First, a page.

The apocalypse has arrived, not with a bang but with the whimper of wind whistling through tall grass, in Kaneto Shindo’s mesmerizing 1964 fable, Onibaba (The Hole). An unflinching tale of wartime survival and carnal hunger, this impeccably composed black-and-white film insinuates us into the company of two rural women -- a hardened spitfire and her acquiescent daughter-in-law -- who sustain themselves by ambushing and robbing injured samurai, then dragging the stripped bodies to the titular pit. The return of a neighboring man from far-off battles upends their routine, and triggers a host of base impulses. Shindo took an old Buddhist parable, substituted sex for prayer, and created a film with contemporary relevance that also (for those inclined to look) summons the specter of Japan after Hiroshima. The last of a three-film mini-tribute to the marvelous Japanese writer-director, who died earlier this year at 100, Onibaba leaves us shuddering in recognition of the injuries we inflict on ourselves through selfishness and panic.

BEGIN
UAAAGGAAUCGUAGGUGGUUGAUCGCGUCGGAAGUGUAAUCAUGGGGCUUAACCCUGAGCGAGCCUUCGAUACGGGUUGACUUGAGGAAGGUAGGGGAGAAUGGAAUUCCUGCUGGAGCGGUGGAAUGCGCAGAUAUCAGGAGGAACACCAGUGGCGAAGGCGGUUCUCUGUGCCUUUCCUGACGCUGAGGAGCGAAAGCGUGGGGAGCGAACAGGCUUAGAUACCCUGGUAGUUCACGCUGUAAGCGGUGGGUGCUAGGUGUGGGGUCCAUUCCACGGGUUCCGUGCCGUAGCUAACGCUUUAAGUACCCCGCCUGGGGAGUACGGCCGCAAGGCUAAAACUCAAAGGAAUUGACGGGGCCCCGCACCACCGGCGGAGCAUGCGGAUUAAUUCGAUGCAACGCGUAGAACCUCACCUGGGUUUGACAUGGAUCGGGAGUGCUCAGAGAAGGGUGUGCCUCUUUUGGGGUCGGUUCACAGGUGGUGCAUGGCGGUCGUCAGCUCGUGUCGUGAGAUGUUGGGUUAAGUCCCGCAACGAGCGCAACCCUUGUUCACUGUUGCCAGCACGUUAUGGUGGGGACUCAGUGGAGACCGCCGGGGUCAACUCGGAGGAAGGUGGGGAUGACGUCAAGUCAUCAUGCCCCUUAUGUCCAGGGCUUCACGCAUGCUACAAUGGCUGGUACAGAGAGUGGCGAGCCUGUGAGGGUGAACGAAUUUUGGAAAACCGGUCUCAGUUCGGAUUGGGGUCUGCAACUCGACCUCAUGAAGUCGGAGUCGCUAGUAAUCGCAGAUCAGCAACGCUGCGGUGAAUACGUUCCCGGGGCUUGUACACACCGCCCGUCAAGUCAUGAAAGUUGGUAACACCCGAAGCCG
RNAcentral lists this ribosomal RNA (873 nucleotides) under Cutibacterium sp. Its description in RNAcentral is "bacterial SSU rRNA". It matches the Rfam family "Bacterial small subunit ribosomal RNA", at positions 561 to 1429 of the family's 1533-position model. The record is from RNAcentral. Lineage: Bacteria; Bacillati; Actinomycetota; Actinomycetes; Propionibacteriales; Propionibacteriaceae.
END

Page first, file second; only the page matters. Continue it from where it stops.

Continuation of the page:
Thu., Aug. 23, 7:30 p.m.; Sun., Aug. 26, 2 p.m., 2012
About The Author
Matt Saincome is SF Weekly's former music editor.